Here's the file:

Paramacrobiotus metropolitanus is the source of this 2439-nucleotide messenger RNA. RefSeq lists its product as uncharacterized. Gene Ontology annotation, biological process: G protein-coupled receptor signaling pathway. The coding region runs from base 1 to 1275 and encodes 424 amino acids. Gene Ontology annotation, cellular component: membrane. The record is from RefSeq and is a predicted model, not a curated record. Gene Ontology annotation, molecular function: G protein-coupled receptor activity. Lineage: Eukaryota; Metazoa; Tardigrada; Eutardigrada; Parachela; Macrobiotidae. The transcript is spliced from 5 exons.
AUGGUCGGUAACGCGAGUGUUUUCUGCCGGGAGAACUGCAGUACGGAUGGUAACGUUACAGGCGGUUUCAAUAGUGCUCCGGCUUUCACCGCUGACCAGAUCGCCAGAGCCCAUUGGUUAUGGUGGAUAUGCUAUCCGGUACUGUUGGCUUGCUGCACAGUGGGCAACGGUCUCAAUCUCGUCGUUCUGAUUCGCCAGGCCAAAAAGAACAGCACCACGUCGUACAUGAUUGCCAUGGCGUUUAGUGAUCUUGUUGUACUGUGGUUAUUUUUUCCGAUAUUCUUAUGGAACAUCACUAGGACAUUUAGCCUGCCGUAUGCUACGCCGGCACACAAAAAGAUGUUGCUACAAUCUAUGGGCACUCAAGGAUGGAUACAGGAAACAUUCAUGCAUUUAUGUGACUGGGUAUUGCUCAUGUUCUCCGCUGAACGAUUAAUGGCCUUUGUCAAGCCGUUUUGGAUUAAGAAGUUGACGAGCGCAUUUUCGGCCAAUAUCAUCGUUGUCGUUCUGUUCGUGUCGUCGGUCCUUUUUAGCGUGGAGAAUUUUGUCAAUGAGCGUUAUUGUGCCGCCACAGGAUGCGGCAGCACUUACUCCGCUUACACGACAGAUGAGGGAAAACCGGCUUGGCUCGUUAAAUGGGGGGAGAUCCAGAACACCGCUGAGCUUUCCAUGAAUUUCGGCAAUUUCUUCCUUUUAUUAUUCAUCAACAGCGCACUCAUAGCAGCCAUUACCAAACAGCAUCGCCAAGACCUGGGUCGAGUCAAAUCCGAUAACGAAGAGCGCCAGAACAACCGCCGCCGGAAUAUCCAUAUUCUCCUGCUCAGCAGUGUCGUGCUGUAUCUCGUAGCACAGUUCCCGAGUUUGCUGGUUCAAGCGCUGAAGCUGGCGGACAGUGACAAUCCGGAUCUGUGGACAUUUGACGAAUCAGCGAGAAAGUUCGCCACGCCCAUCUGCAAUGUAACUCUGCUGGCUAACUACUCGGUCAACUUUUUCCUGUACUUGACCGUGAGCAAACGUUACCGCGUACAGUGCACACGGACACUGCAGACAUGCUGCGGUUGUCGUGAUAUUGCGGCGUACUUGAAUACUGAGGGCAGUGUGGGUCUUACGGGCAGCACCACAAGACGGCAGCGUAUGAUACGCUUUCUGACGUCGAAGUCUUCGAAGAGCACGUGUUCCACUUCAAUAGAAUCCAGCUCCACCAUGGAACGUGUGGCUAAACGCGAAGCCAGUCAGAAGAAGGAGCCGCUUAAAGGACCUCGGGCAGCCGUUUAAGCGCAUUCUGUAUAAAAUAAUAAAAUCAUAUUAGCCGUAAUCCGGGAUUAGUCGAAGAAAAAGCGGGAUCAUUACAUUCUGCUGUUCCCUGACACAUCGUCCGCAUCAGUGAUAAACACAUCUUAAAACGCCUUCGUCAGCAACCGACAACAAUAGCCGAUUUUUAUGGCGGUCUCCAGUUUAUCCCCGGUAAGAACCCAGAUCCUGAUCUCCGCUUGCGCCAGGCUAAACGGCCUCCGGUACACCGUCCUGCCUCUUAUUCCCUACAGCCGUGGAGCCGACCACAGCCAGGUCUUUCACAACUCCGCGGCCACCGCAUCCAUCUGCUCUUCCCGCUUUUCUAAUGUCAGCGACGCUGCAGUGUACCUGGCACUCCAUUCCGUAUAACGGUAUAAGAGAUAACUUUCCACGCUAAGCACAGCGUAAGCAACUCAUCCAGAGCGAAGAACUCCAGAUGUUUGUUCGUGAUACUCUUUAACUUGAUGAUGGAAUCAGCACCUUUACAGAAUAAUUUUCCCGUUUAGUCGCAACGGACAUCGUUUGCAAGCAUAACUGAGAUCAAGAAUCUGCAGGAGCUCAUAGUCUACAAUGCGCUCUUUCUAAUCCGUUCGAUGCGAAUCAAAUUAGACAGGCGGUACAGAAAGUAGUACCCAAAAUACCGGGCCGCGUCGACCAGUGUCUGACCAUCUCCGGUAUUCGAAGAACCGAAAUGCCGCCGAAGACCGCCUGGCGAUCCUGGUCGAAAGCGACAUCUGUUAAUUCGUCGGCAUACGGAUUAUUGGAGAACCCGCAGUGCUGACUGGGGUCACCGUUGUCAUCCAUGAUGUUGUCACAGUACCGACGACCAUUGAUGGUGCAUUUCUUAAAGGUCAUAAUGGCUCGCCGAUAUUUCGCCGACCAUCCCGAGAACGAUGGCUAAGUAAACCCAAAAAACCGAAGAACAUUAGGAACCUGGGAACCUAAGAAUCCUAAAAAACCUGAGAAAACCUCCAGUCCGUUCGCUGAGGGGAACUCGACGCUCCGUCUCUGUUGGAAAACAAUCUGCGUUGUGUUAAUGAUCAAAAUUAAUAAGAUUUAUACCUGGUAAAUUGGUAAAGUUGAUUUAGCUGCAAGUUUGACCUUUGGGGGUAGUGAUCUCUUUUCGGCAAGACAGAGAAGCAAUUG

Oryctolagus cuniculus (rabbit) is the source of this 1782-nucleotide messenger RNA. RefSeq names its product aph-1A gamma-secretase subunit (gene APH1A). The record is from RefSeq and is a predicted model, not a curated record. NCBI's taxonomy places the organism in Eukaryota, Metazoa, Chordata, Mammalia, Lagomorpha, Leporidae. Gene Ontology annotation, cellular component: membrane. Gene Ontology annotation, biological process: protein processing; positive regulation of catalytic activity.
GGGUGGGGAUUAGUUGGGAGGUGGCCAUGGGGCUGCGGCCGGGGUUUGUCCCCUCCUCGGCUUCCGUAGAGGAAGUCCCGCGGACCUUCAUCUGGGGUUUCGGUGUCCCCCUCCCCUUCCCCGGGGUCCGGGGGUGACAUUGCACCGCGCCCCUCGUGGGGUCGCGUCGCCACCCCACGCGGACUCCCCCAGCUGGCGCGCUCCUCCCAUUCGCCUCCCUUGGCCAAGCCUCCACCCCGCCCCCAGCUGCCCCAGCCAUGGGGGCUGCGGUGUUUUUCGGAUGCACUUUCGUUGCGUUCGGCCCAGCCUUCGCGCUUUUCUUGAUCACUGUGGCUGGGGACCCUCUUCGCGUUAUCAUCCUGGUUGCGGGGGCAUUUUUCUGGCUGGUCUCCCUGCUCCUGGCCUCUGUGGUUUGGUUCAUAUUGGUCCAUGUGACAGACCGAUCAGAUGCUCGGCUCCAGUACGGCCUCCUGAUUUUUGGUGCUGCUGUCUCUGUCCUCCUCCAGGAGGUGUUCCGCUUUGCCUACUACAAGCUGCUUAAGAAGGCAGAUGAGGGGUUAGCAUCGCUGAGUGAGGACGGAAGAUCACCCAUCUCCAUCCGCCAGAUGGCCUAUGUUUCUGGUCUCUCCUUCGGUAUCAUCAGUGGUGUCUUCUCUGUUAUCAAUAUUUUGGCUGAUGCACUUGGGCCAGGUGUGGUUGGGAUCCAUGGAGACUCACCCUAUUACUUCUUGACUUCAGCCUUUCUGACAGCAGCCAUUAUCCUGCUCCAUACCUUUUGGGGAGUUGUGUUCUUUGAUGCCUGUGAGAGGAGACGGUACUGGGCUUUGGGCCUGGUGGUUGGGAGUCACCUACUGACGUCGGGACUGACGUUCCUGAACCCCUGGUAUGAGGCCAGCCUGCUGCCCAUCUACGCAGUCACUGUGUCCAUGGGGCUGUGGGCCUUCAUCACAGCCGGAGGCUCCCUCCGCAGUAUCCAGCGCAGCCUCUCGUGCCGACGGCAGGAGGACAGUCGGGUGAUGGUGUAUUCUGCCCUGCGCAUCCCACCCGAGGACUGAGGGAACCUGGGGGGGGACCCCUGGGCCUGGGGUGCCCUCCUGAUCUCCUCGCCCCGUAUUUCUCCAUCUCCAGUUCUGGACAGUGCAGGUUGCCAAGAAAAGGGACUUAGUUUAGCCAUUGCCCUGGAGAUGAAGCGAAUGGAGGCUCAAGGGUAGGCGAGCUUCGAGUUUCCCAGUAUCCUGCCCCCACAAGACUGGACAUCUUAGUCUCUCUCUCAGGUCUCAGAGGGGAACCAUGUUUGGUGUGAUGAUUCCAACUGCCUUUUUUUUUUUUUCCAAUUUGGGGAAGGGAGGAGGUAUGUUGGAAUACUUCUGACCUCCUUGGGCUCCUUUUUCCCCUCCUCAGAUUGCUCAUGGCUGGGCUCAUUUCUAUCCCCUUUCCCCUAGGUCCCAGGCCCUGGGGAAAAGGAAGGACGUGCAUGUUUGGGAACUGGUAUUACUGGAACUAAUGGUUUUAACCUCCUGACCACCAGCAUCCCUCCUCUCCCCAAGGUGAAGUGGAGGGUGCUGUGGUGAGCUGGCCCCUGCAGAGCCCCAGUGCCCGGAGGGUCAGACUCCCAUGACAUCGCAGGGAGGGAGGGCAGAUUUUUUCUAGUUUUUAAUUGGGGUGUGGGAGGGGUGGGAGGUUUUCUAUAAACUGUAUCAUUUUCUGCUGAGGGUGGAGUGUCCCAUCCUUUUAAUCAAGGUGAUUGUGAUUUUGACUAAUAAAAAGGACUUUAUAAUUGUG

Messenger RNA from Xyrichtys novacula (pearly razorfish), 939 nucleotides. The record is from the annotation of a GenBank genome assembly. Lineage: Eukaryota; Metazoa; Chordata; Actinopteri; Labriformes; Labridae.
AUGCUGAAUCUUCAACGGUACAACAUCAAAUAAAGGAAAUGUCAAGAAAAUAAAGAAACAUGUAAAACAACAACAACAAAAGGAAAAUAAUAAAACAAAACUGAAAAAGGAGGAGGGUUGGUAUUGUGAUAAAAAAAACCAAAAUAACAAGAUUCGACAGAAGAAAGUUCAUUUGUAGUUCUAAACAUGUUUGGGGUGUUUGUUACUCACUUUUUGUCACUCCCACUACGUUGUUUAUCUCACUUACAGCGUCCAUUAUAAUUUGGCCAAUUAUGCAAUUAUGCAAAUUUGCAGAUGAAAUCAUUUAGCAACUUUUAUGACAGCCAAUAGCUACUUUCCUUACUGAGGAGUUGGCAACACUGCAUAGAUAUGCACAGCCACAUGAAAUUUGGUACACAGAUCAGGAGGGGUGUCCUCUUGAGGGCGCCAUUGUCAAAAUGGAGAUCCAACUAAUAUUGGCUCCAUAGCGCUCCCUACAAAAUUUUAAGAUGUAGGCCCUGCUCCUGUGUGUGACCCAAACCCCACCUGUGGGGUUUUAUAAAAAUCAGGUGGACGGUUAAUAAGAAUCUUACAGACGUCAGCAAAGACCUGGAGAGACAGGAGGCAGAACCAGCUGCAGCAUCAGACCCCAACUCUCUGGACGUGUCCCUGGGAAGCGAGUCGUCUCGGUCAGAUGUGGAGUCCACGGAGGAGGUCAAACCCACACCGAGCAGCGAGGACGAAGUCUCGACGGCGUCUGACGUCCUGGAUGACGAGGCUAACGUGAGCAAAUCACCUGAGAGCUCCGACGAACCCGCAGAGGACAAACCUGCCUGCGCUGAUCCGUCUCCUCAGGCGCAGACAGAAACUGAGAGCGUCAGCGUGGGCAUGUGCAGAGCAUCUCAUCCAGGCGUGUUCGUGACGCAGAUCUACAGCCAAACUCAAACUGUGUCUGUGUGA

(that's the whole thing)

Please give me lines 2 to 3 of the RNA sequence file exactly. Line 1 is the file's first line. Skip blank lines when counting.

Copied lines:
AUGGUCGGUAACGCGAGUGUUUUCUGCCGGGAGAACUGCAGUACGGAUGGUAACGUUACAGGCGGUUUCAAUAGUGCUCCGGCUUUCACCGCUGACCAGAUCGCCAGAGCCCAUUGGUUAUGGUGGAUAUGCUAUCCGGUACUGUUGGCUUGCUGCACAGUGGGCAACGGUCUCAAUCUCGUCGUUCUGAUUCGCCAGGCCAAAAAGAACAGCACCACGUCGUACAUGAUUGCCAUGGCGUUUAGUGAUCUUGUUGUACUGUGGUUAUUUUUUCCGAUAUUCUUAUGGAACAUCACUAGGACAUUUAGCCUGCCGUAUGCUACGCCGGCACACAAAAAGAUGUUGCUACAAUCUAUGGGCACUCAAGGAUGGAUACAGGAAACAUUCAUGCAUUUAUGUGACUGGGUAUUGCUCAUGUUCUCCGCUGAACGAUUAAUGGCCUUUGUCAAGCCGUUUUGGAUUAAGAAGUUGACGAGCGCAUUUUCGGCCAAUAUCAUCGUUGUCGUUCUGUUCGUGUCGUCGGUCCUUUUUAGCGUGGAGAAUUUUGUCAAUGAGCGUUAUUGUGCCGCCACAGGAUGCGGCAGCACUUACUCCGCUUACACGACAGAUGAGGGAAAACCGGCUUGGCUCGUUAAAUGGGGGGAGAUCCAGAACACCGCUGAGCUUUCCAUGAAUUUCGGCAAUUUCUUCCUUUUAUUAUUCAUCAACAGCGCACUCAUAGCAGCCAUUACCAAACAGCAUCGCCAAGACCUGGGUCGAGUCAAAUCCGAUAACGAAGAGCGCCAGAACAACCGCCGCCGGAAUAUCCAUAUUCUCCUGCUCAGCAGUGUCGUGCUGUAUCUCGUAGCACAGUUCCCGAGUUUGCUGGUUCAAGCGCUGAAGCUGGCGGACAGUGACAAUCCGGAUCUGUGGACAUUUGACGAAUCAGCGAGAAAGUUCGCCACGCCCAUCUGCAAUGUAACUCUGCUGGCUAACUACUCGGUCAACUUUUUCCUGUACUUGACCGUGAGCAAACGUUACCGCGUACAGUGCACACGGACACUGCAGACAUGCUGCGGUUGUCGUGAUAUUGCGGCGUACUUGAAUACUGAGGGCAGUGUGGGUCUUACGGGCAGCACCACAAGACGGCAGCGUAUGAUACGCUUUCUGACGUCGAAGUCUUCGAAGAGCACGUGUUCCACUUCAAUAGAAUCCAGCUCCACCAUGGAACGUGUGGCUAAACGCGAAGCCAGUCAGAAGAAGGAGCCGCUUAAAGGACCUCGGGCAGCCGUUUAAGCGCAUUCUGUAUAAAAUAAUAAAAUCAUAUUAGCCGUAAUCCGGGAUUAGUCGAAGAAAAAGCGGGAUCAUUACAUUCUGCUGUUCCCUGACACAUCGUCCGCAUCAGUGAUAAACACAUCUUAAAACGCCUUCGUCAGCAACCGACAACAAUAGCCGAUUUUUAUGGCGGUCUCCAGUUUAUCCCCGGUAAGAACCCAGAUCCUGAUCUCCGCUUGCGCCAGGCUAAACGGCCUCCGGUACACCGUCCUGCCUCUUAUUCCCUACAGCCGUGGAGCCGACCACAGCCAGGUCUUUCACAACUCCGCGGCCACCGCAUCCAUCUGCUCUUCCCGCUUUUCUAAUGUCAGCGACGCUGCAGUGUACCUGGCACUCCAUUCCGUAUAACGGUAUAAGAGAUAACUUUCCACGCUAAGCACAGCGUAAGCAACUCAUCCAGAGCGAAGAACUCCAGAUGUUUGUUCGUGAUACUCUUUAACUUGAUGAUGGAAUCAGCACCUUUACAGAAUAAUUUUCCCGUUUAGUCGCAACGGACAUCGUUUGCAAGCAUAACUGAGAUCAAGAAUCUGCAGGAGCUCAUAGUCUACAAUGCGCUCUUUCUAAUCCGUUCGAUGCGAAUCAAAUUAGACAGGCGGUACAGAAAGUAGUACCCAAAAUACCGGGCCGCGUCGACCAGUGUCUGACCAUCUCCGGUAUUCGAAGAACCGAAAUGCCGCCGAAGACCGCCUGGCGAUCCUGGUCGAAAGCGACAUCUGUUAAUUCGUCGGCAUACGGAUUAUUGGAGAACCCGCAGUGCUGACUGGGGUCACCGUUGUCAUCCAUGAUGUUGUCACAGUACCGACGACCAUUGAUGGUGCAUUUCUUAAAGGUCAUAAUGGCUCGCCGAUAUUUCGCCGACCAUCCCGAGAACGAUGGCUAAGUAAACCCAAAAAACCGAAGAACAUUAGGAACCUGGGAACCUAAGAAUCCUAAAAAACCUGAGAAAACCUCCAGUCCGUUCGCUGAGGGGAACUCGACGCUCCGUCUCUGUUGGAAAACAAUCUGCGUUGUGUUAAUGAUCAAAAUUAAUAAGAUUUAUACCUGGUAAAUUGGUAAAGUUGAUUUAGCUGCAAGUUUGACCUUUGGGGGUAGUGAUCUCUUUUCGGCAAGACAGAGAAGCAAUUG

Oryctolagus cuniculus (rabbit) is the source of this 1782-nucleotide messenger RNA. RefSeq names its product aph-1A gamma-secretase subunit (gene APH1A). The record is from RefSeq and is a predicted model, not a curated record. NCBI's taxonomy places the organism in Eukaryota, Metazoa, Chordata, Mammalia, Lagomorpha, Leporidae. Gene Ontology annotation, cellular component: membrane. Gene Ontology annotation, biological process: protein processing; positive regulation of catalytic activity.